We also expect to impact on the design of environmental surveillance and monitoring systems thanks to our use-case, which will allow demonstrating that the integration of systems-of-systems in this context can be achieved with a reasonable complexity. This is an important area and one that features heavily in Horizon 2020. We are well placed to influence developments in this area. In particular, Blair is a member of the e-Infrastructure Steering Committee of the Belmont Forum, the key forum for international agreement on technology infrastructure to support environmental observation.
More generally, we expect to influence the research community and development teams in the industry working on large-scale distributed systems to favour the adoption of self- organizing, high-level and generative approaches to distributed systems designs. We believe the current complexity of designing primitives for distributed systems may lead to major development costs, in particular when multiple systems have to be bridged together.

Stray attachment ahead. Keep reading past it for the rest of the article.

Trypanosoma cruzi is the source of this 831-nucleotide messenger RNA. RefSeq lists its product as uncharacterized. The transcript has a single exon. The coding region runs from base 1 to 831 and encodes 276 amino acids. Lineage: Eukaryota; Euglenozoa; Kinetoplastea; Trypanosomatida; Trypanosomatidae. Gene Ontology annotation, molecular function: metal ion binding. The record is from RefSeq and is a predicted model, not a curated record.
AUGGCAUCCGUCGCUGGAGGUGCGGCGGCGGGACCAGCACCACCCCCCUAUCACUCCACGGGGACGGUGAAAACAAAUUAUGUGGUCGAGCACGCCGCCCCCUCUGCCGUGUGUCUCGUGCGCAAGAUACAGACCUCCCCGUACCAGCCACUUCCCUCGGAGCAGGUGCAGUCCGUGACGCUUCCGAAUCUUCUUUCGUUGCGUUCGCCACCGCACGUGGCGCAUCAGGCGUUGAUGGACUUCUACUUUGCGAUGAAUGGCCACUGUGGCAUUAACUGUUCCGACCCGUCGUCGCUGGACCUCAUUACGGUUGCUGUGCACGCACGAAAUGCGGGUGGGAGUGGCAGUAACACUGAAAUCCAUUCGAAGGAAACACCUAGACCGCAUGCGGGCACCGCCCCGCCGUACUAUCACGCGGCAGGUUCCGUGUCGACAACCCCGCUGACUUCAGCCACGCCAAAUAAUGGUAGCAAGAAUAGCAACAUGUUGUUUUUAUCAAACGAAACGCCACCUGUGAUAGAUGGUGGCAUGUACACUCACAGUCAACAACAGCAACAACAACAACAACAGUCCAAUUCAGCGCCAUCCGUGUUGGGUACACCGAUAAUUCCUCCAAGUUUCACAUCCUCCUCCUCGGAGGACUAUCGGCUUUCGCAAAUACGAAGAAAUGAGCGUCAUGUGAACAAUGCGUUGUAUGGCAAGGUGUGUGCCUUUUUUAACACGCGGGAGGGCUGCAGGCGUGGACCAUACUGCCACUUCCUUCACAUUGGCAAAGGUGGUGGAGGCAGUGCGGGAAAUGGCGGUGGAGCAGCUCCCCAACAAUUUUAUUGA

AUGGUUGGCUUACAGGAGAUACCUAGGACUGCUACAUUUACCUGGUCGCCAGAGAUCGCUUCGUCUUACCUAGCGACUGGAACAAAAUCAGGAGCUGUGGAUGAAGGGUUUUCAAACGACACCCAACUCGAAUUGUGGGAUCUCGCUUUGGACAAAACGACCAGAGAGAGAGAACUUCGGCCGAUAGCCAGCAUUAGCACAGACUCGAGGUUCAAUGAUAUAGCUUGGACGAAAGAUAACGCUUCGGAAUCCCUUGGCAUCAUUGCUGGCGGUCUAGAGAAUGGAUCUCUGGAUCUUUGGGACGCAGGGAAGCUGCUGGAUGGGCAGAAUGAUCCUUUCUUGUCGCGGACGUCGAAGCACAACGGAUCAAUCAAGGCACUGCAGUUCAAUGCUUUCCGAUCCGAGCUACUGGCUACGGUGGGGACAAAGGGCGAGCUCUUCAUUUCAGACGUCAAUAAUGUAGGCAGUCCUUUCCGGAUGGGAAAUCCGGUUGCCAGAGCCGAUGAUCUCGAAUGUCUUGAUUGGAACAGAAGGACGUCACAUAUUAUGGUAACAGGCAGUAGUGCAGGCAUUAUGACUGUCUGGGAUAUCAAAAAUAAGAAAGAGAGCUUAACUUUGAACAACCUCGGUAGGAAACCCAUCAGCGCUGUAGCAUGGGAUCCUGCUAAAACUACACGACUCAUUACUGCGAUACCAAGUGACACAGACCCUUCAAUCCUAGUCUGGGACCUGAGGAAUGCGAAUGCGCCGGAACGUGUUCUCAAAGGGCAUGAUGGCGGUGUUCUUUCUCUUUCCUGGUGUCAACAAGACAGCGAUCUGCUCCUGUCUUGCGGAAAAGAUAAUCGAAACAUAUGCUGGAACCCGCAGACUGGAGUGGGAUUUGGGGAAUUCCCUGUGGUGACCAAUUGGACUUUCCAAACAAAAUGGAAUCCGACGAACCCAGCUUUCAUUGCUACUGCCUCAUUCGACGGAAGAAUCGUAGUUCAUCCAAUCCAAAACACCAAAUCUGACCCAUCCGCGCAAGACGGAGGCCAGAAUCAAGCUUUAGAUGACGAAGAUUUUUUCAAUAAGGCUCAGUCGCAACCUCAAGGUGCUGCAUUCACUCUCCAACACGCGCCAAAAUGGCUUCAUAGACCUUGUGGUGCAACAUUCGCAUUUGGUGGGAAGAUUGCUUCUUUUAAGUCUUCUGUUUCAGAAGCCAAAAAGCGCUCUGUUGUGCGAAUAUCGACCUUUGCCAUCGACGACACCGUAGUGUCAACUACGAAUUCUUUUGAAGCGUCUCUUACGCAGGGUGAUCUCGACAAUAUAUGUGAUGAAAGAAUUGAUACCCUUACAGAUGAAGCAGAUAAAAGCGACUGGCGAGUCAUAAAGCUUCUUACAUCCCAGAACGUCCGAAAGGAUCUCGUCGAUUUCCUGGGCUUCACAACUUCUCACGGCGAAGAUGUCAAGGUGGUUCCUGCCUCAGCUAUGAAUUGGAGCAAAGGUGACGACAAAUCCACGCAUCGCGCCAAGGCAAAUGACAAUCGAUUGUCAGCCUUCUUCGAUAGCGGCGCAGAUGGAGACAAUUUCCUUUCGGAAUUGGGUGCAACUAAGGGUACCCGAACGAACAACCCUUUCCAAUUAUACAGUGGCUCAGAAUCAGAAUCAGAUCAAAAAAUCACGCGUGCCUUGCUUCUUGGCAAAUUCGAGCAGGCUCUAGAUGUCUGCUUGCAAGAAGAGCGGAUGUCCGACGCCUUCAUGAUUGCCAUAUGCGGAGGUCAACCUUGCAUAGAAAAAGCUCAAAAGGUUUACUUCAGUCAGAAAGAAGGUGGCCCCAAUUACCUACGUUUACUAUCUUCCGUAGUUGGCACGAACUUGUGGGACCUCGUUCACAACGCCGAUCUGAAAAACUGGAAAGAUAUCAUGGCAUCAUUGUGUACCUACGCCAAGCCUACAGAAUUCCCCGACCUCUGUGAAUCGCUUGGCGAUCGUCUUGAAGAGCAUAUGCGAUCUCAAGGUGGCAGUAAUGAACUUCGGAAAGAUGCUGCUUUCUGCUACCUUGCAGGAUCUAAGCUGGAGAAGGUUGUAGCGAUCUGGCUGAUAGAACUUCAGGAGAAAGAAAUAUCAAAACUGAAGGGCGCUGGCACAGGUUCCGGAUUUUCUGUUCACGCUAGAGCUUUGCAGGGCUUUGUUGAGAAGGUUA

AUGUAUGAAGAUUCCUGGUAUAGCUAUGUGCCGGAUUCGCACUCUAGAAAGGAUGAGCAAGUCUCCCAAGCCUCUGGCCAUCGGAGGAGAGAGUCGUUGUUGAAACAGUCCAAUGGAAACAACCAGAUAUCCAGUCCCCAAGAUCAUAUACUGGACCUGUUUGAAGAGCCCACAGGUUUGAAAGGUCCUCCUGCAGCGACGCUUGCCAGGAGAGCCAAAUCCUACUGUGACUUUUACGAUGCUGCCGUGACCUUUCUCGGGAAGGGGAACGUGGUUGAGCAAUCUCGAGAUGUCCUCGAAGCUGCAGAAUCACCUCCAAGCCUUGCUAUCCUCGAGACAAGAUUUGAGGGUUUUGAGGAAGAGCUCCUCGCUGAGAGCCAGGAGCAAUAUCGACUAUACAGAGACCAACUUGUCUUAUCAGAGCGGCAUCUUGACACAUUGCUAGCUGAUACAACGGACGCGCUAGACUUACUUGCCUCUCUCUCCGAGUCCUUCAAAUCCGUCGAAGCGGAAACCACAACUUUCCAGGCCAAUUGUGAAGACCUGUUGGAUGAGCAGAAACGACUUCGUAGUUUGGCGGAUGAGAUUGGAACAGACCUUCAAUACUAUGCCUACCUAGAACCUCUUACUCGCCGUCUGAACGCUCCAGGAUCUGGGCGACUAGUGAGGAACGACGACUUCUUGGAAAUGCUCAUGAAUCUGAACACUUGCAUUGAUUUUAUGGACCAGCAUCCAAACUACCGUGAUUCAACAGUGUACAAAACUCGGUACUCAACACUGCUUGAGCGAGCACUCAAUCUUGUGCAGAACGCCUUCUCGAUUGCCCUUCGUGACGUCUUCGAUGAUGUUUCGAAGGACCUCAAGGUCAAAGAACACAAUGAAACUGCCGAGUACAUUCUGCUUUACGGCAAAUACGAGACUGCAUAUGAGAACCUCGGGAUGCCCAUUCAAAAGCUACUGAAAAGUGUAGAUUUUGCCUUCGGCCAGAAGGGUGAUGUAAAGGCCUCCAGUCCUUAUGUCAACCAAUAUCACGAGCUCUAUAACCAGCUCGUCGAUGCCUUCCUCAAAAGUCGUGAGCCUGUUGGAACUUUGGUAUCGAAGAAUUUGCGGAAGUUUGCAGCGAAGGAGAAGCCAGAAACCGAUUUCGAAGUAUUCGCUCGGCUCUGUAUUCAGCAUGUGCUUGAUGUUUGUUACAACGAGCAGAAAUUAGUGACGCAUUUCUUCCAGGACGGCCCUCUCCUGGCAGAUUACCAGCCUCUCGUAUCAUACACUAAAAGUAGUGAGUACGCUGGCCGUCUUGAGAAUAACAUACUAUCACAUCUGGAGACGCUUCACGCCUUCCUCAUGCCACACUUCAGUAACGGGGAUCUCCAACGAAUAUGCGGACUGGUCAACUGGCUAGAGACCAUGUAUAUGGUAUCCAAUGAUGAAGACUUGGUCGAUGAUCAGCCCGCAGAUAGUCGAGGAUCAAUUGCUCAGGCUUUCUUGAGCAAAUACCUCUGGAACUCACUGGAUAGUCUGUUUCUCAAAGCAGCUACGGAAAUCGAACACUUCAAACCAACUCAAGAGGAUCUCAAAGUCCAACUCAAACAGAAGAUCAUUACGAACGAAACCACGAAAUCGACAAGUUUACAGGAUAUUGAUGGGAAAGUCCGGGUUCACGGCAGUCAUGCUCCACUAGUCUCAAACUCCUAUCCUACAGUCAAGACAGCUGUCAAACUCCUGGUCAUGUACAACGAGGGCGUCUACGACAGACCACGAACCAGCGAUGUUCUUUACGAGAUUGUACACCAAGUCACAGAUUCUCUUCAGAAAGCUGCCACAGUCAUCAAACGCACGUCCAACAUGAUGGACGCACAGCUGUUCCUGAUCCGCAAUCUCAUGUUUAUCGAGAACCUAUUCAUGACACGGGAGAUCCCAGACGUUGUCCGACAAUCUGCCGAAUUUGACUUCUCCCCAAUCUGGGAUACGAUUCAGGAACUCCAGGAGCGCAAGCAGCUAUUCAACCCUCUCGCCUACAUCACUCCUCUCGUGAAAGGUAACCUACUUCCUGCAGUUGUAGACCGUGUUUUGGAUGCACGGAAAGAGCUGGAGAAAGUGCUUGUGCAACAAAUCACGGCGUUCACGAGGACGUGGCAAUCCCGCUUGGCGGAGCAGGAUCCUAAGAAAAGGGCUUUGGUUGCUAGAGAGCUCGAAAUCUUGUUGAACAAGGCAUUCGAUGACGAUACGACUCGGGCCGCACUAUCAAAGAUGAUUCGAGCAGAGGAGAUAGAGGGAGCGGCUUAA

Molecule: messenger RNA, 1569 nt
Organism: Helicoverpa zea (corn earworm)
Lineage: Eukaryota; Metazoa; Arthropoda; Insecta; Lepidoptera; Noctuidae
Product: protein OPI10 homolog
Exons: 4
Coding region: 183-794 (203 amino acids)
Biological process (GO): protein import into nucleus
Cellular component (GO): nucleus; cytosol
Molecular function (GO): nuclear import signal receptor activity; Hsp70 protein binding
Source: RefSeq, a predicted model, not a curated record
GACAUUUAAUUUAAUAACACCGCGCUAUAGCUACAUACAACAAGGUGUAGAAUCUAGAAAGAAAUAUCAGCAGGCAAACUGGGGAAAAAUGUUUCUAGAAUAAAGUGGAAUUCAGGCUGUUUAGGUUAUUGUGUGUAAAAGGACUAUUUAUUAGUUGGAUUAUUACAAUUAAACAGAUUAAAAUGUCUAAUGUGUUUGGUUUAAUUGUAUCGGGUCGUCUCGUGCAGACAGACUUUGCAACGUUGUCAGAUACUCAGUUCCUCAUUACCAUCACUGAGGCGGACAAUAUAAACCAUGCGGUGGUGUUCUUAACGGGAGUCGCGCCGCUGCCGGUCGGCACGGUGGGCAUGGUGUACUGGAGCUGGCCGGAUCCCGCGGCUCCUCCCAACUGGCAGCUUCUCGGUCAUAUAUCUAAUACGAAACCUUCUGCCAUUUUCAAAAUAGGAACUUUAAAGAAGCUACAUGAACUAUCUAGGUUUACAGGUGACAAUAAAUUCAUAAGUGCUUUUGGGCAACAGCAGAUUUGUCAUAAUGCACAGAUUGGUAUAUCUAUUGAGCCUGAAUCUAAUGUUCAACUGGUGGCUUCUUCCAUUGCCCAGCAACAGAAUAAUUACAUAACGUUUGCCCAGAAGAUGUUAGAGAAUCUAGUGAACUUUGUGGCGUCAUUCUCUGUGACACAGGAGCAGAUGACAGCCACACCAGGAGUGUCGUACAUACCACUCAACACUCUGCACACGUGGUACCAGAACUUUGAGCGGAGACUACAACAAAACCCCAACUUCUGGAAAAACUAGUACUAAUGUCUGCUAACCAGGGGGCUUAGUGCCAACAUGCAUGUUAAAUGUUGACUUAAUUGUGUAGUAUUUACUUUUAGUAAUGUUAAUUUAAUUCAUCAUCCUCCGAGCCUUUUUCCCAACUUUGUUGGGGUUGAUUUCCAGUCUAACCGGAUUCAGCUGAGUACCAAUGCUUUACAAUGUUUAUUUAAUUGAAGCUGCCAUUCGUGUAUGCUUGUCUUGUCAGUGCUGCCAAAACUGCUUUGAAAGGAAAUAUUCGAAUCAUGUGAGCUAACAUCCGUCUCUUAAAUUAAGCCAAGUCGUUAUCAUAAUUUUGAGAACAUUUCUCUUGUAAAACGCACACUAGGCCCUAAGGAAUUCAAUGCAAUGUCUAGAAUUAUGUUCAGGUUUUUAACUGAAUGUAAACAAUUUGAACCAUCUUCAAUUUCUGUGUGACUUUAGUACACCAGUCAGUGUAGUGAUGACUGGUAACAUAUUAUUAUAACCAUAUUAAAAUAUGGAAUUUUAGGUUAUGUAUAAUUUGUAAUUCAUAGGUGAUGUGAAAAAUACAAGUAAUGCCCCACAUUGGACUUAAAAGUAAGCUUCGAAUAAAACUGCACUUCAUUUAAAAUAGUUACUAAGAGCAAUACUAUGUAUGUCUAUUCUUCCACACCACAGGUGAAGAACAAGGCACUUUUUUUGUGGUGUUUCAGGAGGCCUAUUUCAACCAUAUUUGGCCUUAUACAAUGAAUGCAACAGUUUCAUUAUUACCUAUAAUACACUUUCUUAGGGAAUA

Dissemination will take two forms, communication to the general public and
targeted communication to industry and academia.
Communication to the general public will allow publicizing the existence of the consortium and the challenges considered by the project, without going into technical details. It will acknowledge the support from CHIST-ERA, the EU and national funding agencies. Press releases in our four languages will be released. This proved very effective in previous projects, allowing informing the general public about challenges associated to operating large amounts of networked resources but also attracting potential users and initiating industry- oriented projects.
Communication to professionals and the industry.